To further evaluate the above protocol, we next analyzed a protein pellet (500 μg) obtained from a whole cell lysate of S. cerevisiae. If the average mol. wt. of yeast proteins is 25 kDa and half the genome is expressed and isolated in the pellet, then the average quantity each protein in the sample is expected to be approximately 5 pmol. If one makes the further assumption that 30% of expressed proteins contain at least one covalently bound phosphate, the total number of phosphoproteins in the sample could easily exceed 1,000. To evaluate this possibility, the pellet was digested with trypsin and the resulting peptides were converted to peptide methyl esters. One fifth of the resulting mixture was then fractionated by IMAC and analyzed by nano-flow HPLC on the LCQ ion trap mass spectrometer. Spectra were acquired with the instrument operating in the data-dependent mode throughout the HPLC gradient. Every 12-15 sec, the instrument cycled through acquisition of a full scan mass spectrum and 5 MS/MS spectra recorded sequentially on the 5 most abundant ions present in the initial MS scan. More than 1,500 MS/MS spectra were recorded in this mode of operation during the chromatographic separation.
  • [0183]
    Data acquired in the above experiment were analyzed both by a computer algorithm, the Neutral Loss Tool, and also by SEQUEST. The Neutral Loss Tool searches MS/MS spectra for fragment ions formed by loss of phosphoric acid, 32.6, 49 or 98 Da from the (M+3H)+++, (M+2H)++ and (M+H)+ ions, respectively. Phosphoserine and phosphothreonine, but not phosphotyrosine, lose phosphoric acid readily during the collision activation dissociation process in the ion trap mass spectrometer. Thus, appearance of fragment ions 32.6, 49 or 98 Da below the triply, doubly or singly charged precursor ions in peptide MS/MS spectra strongly suggests that the peptide contains at least one phosphoserine or phosphothreonine residue. In the above experiment, more than 1,000 different phosphoserine or phosphothreonine containing peptides were detected in the yeast whole cell lysate with the Neutral Loss Tool.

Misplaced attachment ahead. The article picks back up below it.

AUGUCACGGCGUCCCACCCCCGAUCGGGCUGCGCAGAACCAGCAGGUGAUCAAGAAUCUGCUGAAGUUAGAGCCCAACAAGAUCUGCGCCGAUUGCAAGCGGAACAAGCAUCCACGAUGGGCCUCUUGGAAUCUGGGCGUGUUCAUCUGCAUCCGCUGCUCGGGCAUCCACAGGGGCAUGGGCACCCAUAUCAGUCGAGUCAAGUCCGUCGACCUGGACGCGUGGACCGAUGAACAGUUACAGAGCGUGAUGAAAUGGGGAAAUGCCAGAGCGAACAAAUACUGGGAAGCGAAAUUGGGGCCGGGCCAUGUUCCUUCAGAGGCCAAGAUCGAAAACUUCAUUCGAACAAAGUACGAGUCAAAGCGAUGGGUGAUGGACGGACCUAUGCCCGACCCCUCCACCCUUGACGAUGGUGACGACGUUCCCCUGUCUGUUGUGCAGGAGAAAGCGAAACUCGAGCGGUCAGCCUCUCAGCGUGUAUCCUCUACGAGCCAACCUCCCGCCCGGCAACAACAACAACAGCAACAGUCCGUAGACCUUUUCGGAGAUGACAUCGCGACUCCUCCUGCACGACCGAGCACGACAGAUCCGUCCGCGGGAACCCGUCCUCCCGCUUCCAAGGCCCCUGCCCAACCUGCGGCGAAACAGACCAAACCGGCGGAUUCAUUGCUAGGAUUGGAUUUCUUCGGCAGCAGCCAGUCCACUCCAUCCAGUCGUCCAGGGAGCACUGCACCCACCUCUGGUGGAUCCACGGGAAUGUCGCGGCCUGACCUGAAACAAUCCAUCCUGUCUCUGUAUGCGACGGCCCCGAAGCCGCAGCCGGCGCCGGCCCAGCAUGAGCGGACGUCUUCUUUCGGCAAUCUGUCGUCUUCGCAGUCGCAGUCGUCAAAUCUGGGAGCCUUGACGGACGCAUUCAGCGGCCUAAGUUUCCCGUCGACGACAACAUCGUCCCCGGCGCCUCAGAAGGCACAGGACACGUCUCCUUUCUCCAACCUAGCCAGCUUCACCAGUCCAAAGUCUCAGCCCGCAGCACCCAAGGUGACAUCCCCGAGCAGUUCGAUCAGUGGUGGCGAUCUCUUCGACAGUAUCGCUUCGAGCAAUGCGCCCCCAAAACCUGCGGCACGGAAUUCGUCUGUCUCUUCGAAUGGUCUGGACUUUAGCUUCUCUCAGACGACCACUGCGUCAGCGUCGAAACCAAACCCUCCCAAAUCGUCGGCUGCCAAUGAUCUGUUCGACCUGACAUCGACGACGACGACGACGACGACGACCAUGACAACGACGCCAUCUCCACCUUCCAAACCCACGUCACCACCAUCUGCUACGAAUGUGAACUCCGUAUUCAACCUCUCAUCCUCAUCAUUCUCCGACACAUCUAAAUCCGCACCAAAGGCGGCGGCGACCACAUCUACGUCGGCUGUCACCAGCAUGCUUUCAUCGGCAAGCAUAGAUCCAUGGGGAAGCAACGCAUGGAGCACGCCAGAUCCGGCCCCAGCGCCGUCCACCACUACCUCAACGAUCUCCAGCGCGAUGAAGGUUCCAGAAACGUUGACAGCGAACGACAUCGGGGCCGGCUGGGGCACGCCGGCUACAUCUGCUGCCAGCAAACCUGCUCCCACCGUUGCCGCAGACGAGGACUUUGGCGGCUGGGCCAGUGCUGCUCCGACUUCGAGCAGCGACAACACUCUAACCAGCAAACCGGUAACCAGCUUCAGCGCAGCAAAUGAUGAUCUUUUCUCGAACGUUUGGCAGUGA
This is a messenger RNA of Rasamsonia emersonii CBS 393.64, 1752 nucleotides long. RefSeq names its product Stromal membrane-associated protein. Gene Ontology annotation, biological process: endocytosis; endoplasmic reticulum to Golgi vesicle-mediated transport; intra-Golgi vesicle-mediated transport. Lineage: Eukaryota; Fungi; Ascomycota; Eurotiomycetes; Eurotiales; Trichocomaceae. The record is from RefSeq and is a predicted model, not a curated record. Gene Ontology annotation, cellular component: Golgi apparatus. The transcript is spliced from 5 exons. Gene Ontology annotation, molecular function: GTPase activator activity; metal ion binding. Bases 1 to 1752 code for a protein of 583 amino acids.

• [0184]
    To identify phosphopeptides in the above sample, MS/MS spectra were searched with the SEQUEST algorithm against yeast protein database (obtained from the Saccharomyces Genome Database (SGD) http://genome-www.stanford.edu/Saccharomyces/). Of the 216 sequence confirmed, 60 (28%) are singly phosphorylated, 145 (67%) are doubly phosphorylated, and 11 (5%) are triply phosphorylated.
  • [0185]
    Phosphorylation sites that were previously identified are in bold face in the table. Two of the sequences derive from mitogen-activated protein (MAP) kinases encoded by HOG1 and SLT2 and contain the doubly phosphorylated motif pTXpY derived from the activation loop in their respective catalytic domains. This clearly indicates the potential of the phosphoprofiling approach as a measure of cellular activation states. In fact, the list contains 171 different proteins, including abundant species such as the heat shock proteins (Hsp26p, Hsp30p) and those involved in carbohydrate metabolism (Hxk1p, Hxt2p), and protein synthesis (Rp112AP, Rp124Ap). Rare proteins such as the cell cycle regulatory molecules, Mob1p and Ash1p, and cytoplasmic proteins such as Myo3p and Pea2p, also appear in the Table. Of the 216 peptides in Table 1, 66 have sequences that correspond to a codon bias of less than 0.1 and are therefore likely to be expressed in low copy number 11.
  • [0186]
    Eighty-five additional phosphopeptides were identified by recording MS/MS on the sample eluted from the IMAC column after it had been treated with alkaline phosphatase to remove covalently bound phosphate. In this experiment, peptide methyl esters were eluted from the IMAC column directly to a second column packed with F7m Polyvinyl spheres containing immobilized alkaline phosphatase. Dephosphorylated peptides were then eluted to the standard nano-flow HPLC column and analyzed on the LCQ using the data dependent scan protocol described above. This approach has the advantage that the resulting MS/MS spectra usually contain a larger number of abundant, sequence-dependent, fragment ions than those recorded on the corresponding phosphorylated analogs. This, in turn, improves the likelihood that the SEQUEST algorithm will find a unique match in the protein database. The disadvantage of the protocol is that the resulting MS/MS spectra no longer contain information on the number and location of the phosphorylated residues within the peptide.
  • [0187]
    Methods
  • [0188]